From gentle streams to challenging rapids

From gentle streams to challenging rapids

Canoe and kayak club open to all, first trip May 7

With the snow gone, summer-minded folk are coming out of hibernation and looking forward to warm-weather activities. The Columbia Canoe and Kayak Club is no different and they have a ton of outings planned, with the first one set for May 7.

With the snow gone, summer-minded folk are coming out of hibernation and looking forward to warm-weather activities. The Columbia Canoe and Kayak Club is no different and they have a ton of outings planned, with the first one set for May 7.

From day trips to week-long excursions, Michael McMann of the club said they offer adventures for everyone.

Starting as a canoe club in the late 1960s, McMann said the club was founded mostly by Selkirk College instructors. Originally, there were about 30 members, but that number has grown to 50 now.

“Everything from teenagers on up to retired folks,” McMann said.

Members come from all over the West Kootenay, and even though Nelson also has a club (Nelson Kayak and Canoe Club), McMann said they have members from Nelson as they’re more of a trip-oriented club while Nelson’s is more for exercise.

This year, trips have been set for the Columbia River, Slocan River, Duncan River, Kettle River, Goat River (near Creston), the Creston marshes and Lardeau River.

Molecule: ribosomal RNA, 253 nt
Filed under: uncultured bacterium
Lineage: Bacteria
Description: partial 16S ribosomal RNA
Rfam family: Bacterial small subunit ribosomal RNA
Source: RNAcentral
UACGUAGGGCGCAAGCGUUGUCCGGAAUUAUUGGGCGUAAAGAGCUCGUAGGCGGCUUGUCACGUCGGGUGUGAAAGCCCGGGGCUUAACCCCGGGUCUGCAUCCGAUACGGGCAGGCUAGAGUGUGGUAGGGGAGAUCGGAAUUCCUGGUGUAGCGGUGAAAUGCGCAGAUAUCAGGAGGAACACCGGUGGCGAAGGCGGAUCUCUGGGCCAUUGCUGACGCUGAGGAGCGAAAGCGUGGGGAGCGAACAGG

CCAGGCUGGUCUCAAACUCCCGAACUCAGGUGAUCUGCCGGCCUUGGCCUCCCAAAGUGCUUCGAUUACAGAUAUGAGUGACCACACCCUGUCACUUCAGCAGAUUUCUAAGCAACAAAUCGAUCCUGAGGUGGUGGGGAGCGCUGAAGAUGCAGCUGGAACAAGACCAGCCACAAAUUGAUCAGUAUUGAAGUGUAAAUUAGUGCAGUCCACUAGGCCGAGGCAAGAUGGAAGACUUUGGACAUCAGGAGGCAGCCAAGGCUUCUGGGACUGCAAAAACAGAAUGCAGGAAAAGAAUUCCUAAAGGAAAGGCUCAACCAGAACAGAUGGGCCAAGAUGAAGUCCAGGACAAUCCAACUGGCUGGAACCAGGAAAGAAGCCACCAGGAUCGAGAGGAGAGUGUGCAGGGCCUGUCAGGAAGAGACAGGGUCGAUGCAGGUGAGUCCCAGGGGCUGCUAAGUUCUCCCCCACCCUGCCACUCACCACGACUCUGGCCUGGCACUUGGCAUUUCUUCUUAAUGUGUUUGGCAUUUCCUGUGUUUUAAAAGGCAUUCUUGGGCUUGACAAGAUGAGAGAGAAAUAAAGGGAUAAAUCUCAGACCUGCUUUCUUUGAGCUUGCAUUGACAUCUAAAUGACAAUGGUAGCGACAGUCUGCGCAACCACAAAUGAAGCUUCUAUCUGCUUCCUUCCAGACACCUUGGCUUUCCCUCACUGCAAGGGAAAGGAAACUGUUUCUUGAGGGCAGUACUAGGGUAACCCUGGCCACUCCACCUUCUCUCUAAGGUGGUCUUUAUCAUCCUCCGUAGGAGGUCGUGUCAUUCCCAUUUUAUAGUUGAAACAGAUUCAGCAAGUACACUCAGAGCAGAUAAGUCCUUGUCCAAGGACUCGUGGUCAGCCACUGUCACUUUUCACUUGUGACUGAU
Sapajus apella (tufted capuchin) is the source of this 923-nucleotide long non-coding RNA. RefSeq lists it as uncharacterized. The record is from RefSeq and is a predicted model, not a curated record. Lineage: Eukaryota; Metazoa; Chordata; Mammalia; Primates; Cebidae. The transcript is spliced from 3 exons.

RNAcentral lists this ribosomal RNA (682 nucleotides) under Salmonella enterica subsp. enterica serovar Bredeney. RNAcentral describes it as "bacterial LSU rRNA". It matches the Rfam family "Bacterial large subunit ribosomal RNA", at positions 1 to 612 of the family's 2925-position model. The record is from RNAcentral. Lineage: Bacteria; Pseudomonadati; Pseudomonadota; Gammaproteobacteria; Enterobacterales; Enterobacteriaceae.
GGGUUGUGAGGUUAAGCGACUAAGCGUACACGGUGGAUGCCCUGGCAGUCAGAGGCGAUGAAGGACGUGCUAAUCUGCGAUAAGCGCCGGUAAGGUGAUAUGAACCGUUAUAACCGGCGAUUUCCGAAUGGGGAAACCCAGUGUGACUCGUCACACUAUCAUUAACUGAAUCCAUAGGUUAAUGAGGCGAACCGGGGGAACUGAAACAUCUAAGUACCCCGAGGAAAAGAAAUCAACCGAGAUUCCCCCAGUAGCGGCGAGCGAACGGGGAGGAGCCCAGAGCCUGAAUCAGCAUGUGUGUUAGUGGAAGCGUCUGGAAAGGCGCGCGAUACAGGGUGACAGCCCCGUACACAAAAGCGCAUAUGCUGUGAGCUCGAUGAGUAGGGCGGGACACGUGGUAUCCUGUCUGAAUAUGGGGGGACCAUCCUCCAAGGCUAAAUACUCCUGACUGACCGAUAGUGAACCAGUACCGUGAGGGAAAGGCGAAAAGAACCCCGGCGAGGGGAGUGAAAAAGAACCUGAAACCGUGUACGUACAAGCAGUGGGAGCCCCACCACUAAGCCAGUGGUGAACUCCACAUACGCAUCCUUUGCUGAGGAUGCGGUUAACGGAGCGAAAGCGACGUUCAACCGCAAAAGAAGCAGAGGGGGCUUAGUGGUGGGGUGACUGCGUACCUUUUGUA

A week-long trip is scheduled between Princeton and Merritt, but there are some other trips close to home as well: Lakeside Park to Taghum, Deer Park to Renata and Eight Mile Beach to Kokanee Creek Provincial Park.

Although some trips involve rapids and the days can be long, McMann said people new to kayaking and canoeing are sometimes able to join.

“It’s up to the trip leader to decide if you have the experience to go on some of the more advanced trips.”

The trip on May 7 will start in Robson and head down the Columbia River to South Castlegar.

McMann said the trip, led by Bert Port, has some rapids along the way, but people can go around them if they’re not comfortable.

“It takes them past the little rapids at Waldie Island, Millennium Park and under the big Highway 3 bridge,” he said.

Afterwards, there will be a potluck lunch.

There is no cost to go on the trips, but there is an annual cost to join the club.

Interested people don’t have to have their own canoe or kayak, either.

“They can join without it, it’s just questionable as to whether they’ll be able to go on every trip,” McMann said.

To register for next Saturday’s trip, call Bert at 250-365-6056.